🇱🇹 LithuaniaLegal for medical use
🇱🇺 LuxembourgLegal for medical use, decriminalized
🇲🇹 MaltaLegal
🇲🇩 MoldovaIllegal, decriminalized
🇲🇨 MonacoIllegal
🇲🇪 MontenegroIllegal
🇳🇱 NetherlandsLegal for medical use, decriminalized
🇲🇰 North MacedoniaLegal for medical use
🇳🇴 NorwayLegal for medical use, decriminalized
🇵🇱 PolandLegal for medical use
🇵🇹 PortugalLegal for medical use, decriminalized
🇷🇴 RomaniaLegal for medical use, decriminalized
🇷🇺 RussiaIllegal, decriminalized
🇸🇲 San MarinoLegal for medical use
🇷🇸 SerbiaIllegal
🇸🇰 SlovakiaIllegal
🇸🇮 SloveniaLegal for medical use
🇪🇸 SpainIllegal, decriminalized
🇸🇪 SwedenLegal for medical use
🇨🇭 SwitzerlandLegal for medical use, decriminalized
🇺🇦 UkraineIllegal, decriminalized
🇬🇧 United KingdomLegal for medical use

Regardless, there is immense potential in the European cannabis market—it is expected to be worth $37 billion by 2027. The biggest markets driving this are Germany, the UK, and France.

As of December 2021, Malta became the first European country to fully legalize recreational cannabis. Three other countries have also started the process towards legalization, and a number of others are expected to fully legalize in the next few years, namely:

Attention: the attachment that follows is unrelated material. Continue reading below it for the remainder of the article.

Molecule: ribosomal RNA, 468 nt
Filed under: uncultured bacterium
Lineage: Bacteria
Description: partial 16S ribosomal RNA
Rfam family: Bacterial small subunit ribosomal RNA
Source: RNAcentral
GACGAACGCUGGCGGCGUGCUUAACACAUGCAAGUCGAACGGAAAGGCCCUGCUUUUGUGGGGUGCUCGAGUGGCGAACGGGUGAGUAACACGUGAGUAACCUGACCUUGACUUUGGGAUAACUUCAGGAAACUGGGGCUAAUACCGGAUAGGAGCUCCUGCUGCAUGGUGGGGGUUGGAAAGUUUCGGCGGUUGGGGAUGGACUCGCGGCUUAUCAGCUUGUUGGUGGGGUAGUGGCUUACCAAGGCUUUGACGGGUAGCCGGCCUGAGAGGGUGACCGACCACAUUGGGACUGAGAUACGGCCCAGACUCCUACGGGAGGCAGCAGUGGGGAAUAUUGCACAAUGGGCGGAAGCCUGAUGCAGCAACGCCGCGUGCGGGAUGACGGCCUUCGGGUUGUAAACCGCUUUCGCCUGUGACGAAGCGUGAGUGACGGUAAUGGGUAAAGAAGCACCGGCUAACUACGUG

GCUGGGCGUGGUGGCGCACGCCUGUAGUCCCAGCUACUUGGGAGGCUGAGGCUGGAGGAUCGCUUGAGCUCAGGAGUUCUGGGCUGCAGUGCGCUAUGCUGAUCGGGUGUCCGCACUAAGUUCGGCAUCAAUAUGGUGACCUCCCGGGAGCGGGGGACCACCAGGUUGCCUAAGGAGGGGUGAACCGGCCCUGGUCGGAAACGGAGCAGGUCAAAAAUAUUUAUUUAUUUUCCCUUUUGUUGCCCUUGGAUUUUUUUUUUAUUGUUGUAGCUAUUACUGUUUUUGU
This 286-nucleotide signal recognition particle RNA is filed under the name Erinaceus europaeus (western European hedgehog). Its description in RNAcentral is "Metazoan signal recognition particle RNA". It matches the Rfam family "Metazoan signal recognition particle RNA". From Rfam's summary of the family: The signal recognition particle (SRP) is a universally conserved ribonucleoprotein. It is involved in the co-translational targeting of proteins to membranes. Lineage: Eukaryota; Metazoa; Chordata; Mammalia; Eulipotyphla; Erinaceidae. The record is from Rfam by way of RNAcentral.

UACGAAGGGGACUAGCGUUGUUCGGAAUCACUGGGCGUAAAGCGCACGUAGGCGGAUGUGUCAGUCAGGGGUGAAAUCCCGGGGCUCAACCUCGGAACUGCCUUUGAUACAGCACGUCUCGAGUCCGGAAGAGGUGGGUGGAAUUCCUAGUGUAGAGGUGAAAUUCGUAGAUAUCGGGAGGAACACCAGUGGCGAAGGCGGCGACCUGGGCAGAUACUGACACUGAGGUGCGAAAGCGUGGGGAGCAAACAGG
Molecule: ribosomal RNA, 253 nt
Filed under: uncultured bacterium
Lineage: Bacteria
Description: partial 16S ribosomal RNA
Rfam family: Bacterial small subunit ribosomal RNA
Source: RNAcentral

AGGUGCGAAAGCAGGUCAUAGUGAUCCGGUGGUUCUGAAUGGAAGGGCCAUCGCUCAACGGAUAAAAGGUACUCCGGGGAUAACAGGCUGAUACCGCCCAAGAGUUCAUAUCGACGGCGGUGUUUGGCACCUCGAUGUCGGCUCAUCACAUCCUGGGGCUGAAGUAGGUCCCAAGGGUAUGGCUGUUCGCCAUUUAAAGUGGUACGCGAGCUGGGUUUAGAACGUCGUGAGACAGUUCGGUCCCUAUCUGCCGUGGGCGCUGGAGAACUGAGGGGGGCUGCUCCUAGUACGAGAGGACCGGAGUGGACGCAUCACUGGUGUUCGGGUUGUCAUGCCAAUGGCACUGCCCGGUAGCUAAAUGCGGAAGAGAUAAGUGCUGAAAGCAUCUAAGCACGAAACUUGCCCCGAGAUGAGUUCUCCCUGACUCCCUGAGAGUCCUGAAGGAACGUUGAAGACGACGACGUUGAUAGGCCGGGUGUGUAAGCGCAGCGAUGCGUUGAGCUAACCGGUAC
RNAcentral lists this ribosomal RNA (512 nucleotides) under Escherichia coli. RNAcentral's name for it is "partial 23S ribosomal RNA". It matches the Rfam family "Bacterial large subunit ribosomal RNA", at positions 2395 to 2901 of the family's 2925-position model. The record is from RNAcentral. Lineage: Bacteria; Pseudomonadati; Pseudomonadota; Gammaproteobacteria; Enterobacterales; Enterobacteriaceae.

• Germany
  • Luxembourg
  • The Netherlands
  • Spain
  • Switzerland

On average, 1 in 10 Europeans use cannabis every year. With little legality for recreational cannabis, this high demand has to be met by the illegal market. As a result, yearly illicit cannabis market sales are estimated at around €11 billion (US$13 billion)—representing significant untapped potential.

The North American Cannabis Market

The U.S., Canada, and Mexico make up the world’s largest continental cannabis market, worth $18.1 billion in 2020. In Canada, cannabis is federally legal, and Mexico will soon be in the same boat. The U.S., however, is a different story.